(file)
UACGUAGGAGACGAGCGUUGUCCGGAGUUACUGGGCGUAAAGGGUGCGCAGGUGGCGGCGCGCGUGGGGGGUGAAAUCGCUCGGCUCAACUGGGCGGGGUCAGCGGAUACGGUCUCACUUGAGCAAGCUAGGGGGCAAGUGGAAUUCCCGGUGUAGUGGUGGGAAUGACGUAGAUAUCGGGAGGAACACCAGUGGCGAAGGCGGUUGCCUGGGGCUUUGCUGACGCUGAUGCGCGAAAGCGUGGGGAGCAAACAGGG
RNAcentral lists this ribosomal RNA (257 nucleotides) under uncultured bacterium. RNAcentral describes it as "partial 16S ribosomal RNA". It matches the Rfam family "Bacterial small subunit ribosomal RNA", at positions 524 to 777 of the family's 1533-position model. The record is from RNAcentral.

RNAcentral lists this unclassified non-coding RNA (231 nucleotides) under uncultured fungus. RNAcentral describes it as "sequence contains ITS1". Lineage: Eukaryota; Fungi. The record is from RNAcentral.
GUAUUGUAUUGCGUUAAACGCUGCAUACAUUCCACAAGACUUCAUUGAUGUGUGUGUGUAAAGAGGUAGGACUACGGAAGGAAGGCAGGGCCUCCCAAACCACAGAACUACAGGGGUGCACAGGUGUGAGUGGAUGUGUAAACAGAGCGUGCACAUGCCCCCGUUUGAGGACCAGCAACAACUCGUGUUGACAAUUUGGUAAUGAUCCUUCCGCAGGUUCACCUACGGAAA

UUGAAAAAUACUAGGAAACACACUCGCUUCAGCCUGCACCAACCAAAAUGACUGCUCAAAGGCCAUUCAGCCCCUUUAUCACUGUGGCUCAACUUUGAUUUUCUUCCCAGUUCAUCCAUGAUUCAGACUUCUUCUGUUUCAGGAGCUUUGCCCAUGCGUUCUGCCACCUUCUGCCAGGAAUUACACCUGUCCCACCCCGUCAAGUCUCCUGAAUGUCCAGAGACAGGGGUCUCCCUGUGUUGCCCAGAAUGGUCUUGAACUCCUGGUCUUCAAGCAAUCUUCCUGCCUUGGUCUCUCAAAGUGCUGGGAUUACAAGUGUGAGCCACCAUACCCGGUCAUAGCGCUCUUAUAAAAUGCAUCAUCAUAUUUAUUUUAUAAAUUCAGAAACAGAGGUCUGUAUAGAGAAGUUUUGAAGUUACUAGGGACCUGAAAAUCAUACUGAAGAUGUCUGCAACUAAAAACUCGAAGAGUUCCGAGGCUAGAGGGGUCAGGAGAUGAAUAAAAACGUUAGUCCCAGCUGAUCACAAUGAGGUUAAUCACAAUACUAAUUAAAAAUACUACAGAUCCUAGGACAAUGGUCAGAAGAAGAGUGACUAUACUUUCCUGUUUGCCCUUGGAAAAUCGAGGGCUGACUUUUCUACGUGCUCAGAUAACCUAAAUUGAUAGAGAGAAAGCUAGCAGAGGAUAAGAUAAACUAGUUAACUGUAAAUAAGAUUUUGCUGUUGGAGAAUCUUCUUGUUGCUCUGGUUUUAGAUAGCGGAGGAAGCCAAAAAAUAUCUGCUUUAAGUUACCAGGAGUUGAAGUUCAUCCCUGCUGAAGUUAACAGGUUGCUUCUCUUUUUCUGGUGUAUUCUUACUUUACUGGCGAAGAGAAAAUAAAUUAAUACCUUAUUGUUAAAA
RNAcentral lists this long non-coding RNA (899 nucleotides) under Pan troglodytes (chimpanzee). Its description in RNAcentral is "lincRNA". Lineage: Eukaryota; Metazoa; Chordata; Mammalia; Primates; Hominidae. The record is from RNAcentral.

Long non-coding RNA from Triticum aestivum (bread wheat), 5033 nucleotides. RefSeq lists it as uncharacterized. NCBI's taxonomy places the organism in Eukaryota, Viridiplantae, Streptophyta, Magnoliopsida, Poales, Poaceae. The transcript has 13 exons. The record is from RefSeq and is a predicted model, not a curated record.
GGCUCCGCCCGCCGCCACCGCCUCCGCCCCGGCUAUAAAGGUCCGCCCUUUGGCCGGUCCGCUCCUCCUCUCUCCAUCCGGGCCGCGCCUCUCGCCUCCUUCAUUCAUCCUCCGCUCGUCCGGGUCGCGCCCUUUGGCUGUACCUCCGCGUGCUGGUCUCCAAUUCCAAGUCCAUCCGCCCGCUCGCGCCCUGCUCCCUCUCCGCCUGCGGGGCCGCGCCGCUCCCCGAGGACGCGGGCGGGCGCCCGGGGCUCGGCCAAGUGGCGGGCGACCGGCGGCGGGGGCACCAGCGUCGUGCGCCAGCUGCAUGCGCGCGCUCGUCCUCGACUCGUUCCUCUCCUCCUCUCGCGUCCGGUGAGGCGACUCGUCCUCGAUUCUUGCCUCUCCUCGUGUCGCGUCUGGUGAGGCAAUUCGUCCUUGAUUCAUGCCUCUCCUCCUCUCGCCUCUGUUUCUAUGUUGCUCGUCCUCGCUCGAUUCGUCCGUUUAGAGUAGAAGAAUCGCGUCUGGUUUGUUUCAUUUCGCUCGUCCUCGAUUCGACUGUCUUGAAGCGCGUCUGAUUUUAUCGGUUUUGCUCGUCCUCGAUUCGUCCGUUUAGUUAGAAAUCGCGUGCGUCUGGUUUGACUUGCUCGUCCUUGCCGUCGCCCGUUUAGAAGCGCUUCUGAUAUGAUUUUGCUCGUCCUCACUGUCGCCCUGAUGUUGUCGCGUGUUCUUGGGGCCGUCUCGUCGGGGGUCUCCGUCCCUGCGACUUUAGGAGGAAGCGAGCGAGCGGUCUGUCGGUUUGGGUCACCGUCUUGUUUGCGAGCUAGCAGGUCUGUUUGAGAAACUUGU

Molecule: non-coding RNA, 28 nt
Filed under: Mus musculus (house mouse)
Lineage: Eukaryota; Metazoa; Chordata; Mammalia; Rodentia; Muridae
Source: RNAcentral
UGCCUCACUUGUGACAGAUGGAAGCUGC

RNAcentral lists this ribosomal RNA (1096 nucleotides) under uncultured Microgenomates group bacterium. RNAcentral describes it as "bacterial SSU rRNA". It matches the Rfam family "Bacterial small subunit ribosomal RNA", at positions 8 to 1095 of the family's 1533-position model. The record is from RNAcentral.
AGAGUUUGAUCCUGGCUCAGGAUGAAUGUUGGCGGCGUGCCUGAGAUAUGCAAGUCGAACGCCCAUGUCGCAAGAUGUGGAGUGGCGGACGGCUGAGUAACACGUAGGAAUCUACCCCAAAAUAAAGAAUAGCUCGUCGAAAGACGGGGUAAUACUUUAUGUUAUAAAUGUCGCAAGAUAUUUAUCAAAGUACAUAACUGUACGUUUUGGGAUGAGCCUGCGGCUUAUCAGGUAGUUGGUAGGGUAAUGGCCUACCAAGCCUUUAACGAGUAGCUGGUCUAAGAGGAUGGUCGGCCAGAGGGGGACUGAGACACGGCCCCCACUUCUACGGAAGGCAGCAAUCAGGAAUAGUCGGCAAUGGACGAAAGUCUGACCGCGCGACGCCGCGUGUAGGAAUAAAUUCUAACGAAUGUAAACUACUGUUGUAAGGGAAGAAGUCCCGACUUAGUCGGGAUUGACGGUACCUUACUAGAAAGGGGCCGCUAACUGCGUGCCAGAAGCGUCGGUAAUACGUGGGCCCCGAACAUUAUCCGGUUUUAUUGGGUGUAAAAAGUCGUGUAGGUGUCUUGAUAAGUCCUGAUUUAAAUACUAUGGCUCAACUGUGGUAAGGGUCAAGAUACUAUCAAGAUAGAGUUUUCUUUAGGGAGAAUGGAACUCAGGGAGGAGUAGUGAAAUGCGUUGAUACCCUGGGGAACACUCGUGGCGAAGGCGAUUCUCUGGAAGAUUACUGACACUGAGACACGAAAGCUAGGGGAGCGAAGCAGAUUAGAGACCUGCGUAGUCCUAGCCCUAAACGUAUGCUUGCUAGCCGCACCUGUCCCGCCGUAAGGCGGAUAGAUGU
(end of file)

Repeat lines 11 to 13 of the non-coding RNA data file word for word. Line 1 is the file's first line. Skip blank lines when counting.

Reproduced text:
Lineage: Eukaryota; Metazoa; Chordata; Mammalia; Rodentia; Muridae
Source: RNAcentral
UGCCUCACUUGUGACAGAUGGAAGCUGC